Chapter 4. The Anatomy of a Class

In previous chapters we have covered the fundamental object-oriented (OO) concepts and determined the difference between the interface and the implementation. No matter how well you think out the problem of what should be an interface and what should be part of the implementation, the bottom line always comes down to how useful the class is and how it interacts with other classes. A class should never be designed in a vacuum, for as might be said, no class is an island. When objects are instantiated, they almost always interact with other objects. An object can also be part of another object or be part of an inheritance hierarchy.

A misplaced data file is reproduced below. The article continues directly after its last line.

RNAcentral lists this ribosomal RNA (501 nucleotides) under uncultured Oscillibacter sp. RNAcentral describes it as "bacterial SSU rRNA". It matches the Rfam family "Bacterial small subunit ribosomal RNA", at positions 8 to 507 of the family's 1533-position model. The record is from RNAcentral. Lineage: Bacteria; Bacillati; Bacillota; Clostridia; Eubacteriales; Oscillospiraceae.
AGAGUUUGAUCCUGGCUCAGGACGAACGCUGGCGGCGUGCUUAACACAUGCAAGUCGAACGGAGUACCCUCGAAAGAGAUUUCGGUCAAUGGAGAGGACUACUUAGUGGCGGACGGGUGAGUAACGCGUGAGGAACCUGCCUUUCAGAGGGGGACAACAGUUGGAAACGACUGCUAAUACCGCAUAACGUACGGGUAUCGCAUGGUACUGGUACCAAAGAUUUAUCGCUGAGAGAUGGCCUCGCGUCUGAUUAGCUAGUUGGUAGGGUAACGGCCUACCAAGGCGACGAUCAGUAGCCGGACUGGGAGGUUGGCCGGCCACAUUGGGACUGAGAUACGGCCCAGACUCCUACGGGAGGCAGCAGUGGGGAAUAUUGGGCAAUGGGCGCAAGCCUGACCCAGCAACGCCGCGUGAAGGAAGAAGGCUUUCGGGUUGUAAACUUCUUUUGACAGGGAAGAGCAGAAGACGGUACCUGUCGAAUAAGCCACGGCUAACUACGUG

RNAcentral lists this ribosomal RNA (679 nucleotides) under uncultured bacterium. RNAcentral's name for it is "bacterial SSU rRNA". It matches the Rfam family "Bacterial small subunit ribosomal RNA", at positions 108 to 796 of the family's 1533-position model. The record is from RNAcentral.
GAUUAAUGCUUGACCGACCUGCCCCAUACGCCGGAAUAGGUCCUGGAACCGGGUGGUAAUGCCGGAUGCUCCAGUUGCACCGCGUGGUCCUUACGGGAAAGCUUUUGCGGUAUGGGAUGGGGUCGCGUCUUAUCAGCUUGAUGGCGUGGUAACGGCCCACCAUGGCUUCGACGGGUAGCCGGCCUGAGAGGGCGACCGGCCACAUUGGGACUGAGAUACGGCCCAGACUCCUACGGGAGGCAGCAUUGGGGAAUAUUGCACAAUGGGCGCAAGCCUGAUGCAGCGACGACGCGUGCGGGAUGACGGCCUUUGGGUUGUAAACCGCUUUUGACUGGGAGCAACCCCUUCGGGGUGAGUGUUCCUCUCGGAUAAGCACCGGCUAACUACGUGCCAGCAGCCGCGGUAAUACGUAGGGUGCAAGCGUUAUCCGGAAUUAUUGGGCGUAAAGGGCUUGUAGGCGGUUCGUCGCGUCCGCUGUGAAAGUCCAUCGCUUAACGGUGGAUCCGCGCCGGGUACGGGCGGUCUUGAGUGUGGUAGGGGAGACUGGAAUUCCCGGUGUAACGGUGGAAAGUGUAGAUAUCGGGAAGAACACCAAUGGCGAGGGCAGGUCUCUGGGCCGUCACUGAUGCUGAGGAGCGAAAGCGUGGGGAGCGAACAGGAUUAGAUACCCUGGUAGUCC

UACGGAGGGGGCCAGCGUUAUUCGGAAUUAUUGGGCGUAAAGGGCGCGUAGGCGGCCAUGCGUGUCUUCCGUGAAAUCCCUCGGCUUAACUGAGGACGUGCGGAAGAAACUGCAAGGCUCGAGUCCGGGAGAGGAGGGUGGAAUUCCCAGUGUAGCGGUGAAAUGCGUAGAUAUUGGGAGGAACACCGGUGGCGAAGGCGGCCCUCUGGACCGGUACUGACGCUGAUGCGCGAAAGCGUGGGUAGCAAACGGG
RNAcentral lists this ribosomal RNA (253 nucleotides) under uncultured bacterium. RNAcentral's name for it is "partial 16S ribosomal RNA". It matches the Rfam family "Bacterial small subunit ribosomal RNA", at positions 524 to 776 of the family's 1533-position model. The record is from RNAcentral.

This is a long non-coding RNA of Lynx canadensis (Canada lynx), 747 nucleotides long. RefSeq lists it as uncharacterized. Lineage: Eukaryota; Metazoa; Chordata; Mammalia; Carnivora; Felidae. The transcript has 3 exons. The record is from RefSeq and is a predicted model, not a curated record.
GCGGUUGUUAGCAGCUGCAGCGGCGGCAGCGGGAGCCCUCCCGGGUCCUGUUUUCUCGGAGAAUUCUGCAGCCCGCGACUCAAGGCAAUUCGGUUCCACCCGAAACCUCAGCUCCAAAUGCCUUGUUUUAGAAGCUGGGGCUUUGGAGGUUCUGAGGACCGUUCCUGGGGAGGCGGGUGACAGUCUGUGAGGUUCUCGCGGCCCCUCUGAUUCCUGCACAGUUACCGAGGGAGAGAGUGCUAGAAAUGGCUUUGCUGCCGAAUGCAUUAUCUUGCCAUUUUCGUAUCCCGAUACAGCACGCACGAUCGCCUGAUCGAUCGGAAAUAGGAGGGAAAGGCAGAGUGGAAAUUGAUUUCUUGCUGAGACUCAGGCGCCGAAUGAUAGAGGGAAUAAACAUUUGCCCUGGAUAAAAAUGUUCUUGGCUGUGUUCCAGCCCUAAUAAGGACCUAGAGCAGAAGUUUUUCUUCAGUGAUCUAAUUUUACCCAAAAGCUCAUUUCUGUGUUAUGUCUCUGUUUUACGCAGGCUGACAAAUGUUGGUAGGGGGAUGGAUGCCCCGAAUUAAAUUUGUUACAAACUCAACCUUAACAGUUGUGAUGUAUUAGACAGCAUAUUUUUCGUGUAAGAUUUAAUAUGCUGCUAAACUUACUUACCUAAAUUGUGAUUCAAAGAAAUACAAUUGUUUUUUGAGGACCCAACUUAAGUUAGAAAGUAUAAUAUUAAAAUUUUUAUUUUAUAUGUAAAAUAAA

This chapter examines a simple class and then takes it apart piece by piece along ...

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